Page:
One night two years ago, Terrence Henry (devout KUT listeners will probably remember him) was at home during SXSW when he felt his floorboards start to vibrate.
“I stepped outside, and it sounded like there was a concert happening a couple blocks away. I could hear the bass. I could hear the lyrics," he said. "After a little bit of research, we determined it was Snoop Dogg."
The rapper was performing at Stubb's downtown that night—more than two miles from Terrence's house in Hyde Park.
“The first time it happened I thought maybe someone was having a party, or maybe someone was driving by with a tricked-out bass," he said.
But then he realized the sound was coming from downtown. And his neighbors could hear it, too.
Terrence's neighbors say they hear music from downtown during big events like SXSW or Austin City Limits Fest, and occasionally on weekends throughout the year. The city has received complaints about this over the years, though Terrence, and at least some of his neighbors, don't mind the sound.
“We live in Austin, this is a music town," Terrence said. "It’s one of the great things about living here, and it’s a small price to pay, but it’s a fascinating mystery.”
A mystery that Chad Himmel at the Hancock Golf Course could maybe help solve.
The golf course, also more than two miles from downtown, is one of the places city officials say they’ve heard noise from downtown clubs. The issue isn’t necessarily volume as much as low bass frequency.
To explain this, let’s cue some music. Here's the band White Lung performing at Cheer Up Charlies on Red River earlier this week:
Himmel said that what sends that bass frequency so far north is a combination of temperature and wind. When it’s warm out, the sun heats up pavement. When the sound hits that pavement, the warmer temperatures make it move faster. And the sound “is being bent or refracted upward.”
That’s where wind comes in. As the sound moves up, the wind pushes it back down to earth. And when the wind is just right, it pushes the sound into the Hyde Park neighborhood, where it sounds more like this:
Himmel says other factors can play a role, too, like Waller Creek. The creek runs up Red River Street through UT’s campus and into Hyde Park.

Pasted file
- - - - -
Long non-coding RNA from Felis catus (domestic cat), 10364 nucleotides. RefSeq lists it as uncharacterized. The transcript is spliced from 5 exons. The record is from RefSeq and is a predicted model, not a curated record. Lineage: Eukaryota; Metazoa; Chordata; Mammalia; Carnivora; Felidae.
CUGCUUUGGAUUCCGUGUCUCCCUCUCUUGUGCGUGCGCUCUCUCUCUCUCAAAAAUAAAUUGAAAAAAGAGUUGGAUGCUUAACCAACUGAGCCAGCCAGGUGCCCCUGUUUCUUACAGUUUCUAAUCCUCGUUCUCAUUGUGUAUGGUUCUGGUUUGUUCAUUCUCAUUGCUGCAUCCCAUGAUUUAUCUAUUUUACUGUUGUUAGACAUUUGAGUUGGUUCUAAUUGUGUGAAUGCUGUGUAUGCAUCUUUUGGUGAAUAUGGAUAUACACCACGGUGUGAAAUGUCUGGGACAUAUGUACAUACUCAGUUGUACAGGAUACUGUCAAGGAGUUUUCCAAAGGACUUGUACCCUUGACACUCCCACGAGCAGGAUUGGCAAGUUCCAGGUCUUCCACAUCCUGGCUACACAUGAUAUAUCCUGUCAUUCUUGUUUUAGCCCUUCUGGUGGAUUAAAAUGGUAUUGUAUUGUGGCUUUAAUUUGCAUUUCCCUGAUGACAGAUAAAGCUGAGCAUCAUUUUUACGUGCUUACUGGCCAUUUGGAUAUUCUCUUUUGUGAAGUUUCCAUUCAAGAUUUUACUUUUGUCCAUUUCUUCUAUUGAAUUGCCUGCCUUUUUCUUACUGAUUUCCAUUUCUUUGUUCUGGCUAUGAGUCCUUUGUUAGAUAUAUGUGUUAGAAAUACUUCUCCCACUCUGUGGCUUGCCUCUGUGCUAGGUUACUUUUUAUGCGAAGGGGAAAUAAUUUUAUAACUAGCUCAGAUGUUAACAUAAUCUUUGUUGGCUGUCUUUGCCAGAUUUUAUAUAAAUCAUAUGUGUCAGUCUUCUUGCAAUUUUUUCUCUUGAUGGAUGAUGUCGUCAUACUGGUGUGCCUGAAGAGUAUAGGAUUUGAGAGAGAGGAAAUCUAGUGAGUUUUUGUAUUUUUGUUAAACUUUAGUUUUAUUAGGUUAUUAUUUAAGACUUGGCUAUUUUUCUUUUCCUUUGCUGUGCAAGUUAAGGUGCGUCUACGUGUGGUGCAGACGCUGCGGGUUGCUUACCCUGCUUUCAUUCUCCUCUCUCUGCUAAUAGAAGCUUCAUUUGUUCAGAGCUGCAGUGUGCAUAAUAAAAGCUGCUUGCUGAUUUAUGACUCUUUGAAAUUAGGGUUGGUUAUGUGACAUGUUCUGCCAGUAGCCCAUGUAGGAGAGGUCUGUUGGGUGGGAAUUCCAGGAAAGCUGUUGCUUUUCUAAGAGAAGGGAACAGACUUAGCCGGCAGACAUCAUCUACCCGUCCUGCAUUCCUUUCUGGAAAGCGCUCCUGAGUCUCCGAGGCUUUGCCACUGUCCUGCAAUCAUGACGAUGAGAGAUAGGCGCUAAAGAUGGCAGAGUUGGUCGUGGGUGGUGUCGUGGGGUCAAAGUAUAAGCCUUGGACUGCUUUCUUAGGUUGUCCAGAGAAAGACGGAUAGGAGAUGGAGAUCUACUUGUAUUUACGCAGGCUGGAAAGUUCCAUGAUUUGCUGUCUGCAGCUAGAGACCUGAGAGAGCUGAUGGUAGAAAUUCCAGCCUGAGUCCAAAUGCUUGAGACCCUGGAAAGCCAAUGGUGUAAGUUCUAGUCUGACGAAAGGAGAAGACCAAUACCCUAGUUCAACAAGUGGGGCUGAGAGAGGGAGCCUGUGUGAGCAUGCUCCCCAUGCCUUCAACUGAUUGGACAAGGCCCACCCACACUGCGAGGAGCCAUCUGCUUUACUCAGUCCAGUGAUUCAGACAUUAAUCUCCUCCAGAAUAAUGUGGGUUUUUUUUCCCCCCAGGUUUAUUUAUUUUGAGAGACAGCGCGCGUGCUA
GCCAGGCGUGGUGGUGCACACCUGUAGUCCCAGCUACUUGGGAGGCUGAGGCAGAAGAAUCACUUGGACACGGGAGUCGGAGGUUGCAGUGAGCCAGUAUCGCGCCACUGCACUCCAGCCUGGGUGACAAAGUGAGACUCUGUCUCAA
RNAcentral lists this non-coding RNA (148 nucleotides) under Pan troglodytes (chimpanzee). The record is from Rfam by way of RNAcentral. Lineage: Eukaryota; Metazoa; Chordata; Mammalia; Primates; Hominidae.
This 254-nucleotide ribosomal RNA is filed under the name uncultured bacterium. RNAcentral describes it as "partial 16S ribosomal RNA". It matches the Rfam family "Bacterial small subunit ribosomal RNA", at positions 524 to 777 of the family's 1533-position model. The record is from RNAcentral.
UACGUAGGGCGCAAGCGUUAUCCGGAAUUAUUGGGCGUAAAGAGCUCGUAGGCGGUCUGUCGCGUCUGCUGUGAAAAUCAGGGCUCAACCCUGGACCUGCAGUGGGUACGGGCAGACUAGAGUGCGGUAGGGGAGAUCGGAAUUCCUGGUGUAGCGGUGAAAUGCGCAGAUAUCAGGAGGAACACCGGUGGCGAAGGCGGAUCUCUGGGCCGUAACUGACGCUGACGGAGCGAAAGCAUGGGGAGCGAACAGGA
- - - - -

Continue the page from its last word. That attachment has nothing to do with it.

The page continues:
When there’s water in the creek, the temperature is usually cooler. And the cool temperatures keep the sound in this valley, and channel it toward Hyde Park.
“So I think there’s a subtle funneling effect, but primarily I would suspect it’s more about wind,” Hammel said.
Buildings and elevation also play a role. Sound can bounce off a building and head somewhere else and be stopped by a hill.
Austin officials say they’re aware that noise can travel into these neighborhoods.
“When we first got complaints about noise traveling to Hancock, I was in disbelief. And until I heard it with my own ears I wouldn’t have believed it," said David Murray with the city of Austin’s music office.
“The wind was north-bound, and all the conditions were right to make it happen.”
A few years ago, the city offered music venues low-interest loans for new sound equipment. The goal was to reduce noise outside venues and in residential neighborhoods. Cheer Up Charlies and Stubb's both applied for loans.
Stubb's is right next to Waller Creek, but the club's general manager Ryan Garrett thinks the new system has kept the sound from traveling up north as often. Murray with the city of Austin says as downtown grows, it gets harder to predict how that growth affects the city’s soundscape:
"It’s a dynamic situation as downtown is being built out. A tower went up recently over on 4th, and complaints have increased from a certain condo because it’s reflecting off that building now. So, it keeps us hopping.”
He says new construction like the Dell Medical School could affect how much sound travels to the Hyde Park neighborhood in the future.